Decision making in perception

Framing attention

with: Louise Ahl, Greta Heath, Dana MacPherson, Skye Reynolds

Perception Games research workshop at The Work Room (TWR) Glasgow 5-9 November 2012, like the previous workshop at Siobhan Davies Studio London (see blog Moving and thinking ‘towards a reactivation of Xavier Le Roy’s Project’), followed an open call for participant collaborators.

TWR research workshop brought forward some specific concerns that came through the earlier research workshop on Project. I was interested in maintaining a game-like approach including working with rules and consequences. I was also interested in removing the competitive aspect of game play as a motivator for action. I felt that the competitive aspect, the focus on winning, tended to produce automatic action and re-action. I felt that, though this in itself could be interesting, often highly skillful and at times amusing, it tended to mask the awareness of the player/performer (in her/his) making a decision to act.  I wanted to work with the types of rules (or constraints) that forced a particular attention in players/performers towards the arising and carrying out of decision making. This motivated an orientating of the rules more explicitly towards perceptual sensing and towards constraints that held the players attention in a mutuality of sensing and acting. I began to use the term ‘perception frame’ for this type of constraint rather than the term ‘rule.’

The first frame we work with is ‘change when you recognize.’ This is a frame for movement requiring the mover to continually orientate her activity away from what she already knows. It is arguably impossible. It is a task in thinking and action. We spend a lot of time on this frame approaching it through what it’s not eg don’t copy, don’t repeat. Through doing, watching and talking a sense begins to grow of the impossibility of restraining such a perceptual activity in a verbal discourse that attempts to define what it is and so make it recognizable. Accepting the difficulty of this immerses the players in the processual task and moves the work forward. The players/performers notice what they do in their attempts to manage the difficulty (and often impossibility) of conscious perceptual activity and share some strategies:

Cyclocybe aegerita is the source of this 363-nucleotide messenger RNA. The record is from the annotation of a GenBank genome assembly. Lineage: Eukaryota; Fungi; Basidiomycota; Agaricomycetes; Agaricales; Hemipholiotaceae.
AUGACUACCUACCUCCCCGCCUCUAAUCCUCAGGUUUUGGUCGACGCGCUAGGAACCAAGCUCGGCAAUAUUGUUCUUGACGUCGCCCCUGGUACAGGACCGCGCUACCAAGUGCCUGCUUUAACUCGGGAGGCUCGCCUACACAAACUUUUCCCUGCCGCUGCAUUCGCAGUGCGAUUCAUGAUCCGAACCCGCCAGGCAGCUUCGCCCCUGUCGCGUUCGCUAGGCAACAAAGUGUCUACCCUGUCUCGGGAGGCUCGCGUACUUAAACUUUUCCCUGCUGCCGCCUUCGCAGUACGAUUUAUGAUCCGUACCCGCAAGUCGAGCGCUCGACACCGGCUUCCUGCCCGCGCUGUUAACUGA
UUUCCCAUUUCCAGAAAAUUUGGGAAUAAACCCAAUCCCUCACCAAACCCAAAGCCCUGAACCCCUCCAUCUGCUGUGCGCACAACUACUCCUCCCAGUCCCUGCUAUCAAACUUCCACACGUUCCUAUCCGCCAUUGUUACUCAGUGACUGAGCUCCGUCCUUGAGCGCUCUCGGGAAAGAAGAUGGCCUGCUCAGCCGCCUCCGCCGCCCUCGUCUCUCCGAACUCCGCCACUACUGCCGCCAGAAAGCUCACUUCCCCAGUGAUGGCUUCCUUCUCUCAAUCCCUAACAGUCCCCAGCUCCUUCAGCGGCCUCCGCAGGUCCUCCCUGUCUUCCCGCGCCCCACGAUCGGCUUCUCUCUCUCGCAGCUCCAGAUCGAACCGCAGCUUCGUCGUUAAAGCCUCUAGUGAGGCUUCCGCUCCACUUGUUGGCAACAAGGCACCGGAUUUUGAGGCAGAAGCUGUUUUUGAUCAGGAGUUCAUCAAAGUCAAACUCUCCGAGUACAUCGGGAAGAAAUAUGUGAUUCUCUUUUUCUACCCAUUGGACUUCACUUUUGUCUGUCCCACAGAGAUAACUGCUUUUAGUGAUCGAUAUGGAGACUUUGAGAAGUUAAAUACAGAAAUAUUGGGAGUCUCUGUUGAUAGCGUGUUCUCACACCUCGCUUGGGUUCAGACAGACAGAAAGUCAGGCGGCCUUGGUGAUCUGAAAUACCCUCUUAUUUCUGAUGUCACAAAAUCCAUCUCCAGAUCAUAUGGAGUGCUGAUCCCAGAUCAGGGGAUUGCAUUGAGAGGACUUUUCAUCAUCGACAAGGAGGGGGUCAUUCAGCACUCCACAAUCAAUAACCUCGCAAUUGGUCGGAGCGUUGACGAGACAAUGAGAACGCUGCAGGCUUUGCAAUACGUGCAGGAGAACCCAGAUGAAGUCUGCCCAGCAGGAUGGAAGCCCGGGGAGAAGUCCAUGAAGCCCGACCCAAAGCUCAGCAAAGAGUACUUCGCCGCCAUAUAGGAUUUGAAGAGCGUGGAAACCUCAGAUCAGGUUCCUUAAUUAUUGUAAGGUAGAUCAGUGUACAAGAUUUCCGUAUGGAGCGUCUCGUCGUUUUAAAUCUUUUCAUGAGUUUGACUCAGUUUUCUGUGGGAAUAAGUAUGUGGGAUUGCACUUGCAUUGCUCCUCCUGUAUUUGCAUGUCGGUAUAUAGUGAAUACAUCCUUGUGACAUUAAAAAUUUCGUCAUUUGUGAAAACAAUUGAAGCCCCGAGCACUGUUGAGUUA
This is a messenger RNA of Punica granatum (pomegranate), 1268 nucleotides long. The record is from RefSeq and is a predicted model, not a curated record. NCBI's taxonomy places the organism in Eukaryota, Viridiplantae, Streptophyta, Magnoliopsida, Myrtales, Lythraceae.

From my notebook day 2:

“On change when you recognize: What do different strategies produce?

What does A’s ‘the baby knows nothing produce? And is it by necessity slow?

What does B’s follow the direction that the body is going in produce? And how can you keep on resisting recognizing direction…? Does direction continue to shift as you keep on following? Does speed shift…? What changes?

What possibilities does C’s just move produce? Is the apparent breaking of a rule (by ‘just’ moving) creating a frame in which to engage in immediacy: an already being in an event of movement. And is this perhaps a kind of starting in the middle…?

How does D’s change before the form completes differ in perception from change when you recognize? Does completion of form occur in movement? Can you work with this strategy with stillness…?

Does awareness of perceptual sensing produce slowness?

How does sensing become action (that is untethered from the sensing of sensing)?”

We form more rules that attempt to organize perception in a way that does not orientate towards specific known outcomes while also being specific in their framing of attention.  We include frames based on if x then y. We include frames based on language and memory: frames that articulate an actual memory in a present sensing. We layer ‘rules’ at times into one frame. 

On the last day we perform 8 frames, each 3 mins, each with spatial configuration as indicated by the perceptual frame itself i.e. I attempt not to make spatial decisions based on aesthetic taste or desire but rather on the material conditions we are dealing with – the particular perceptual frame itself in performance / choreographic realm. ‘change when you recognize’ is present throughout. This exists more as a sense/sensing growing out of our experiences together rather than a defined state.


During the sharing I keep time, announcing each frame by its number. Some way into each frame the verbal articulation of the frame is projected on screen.

More research and development on this to follow ...

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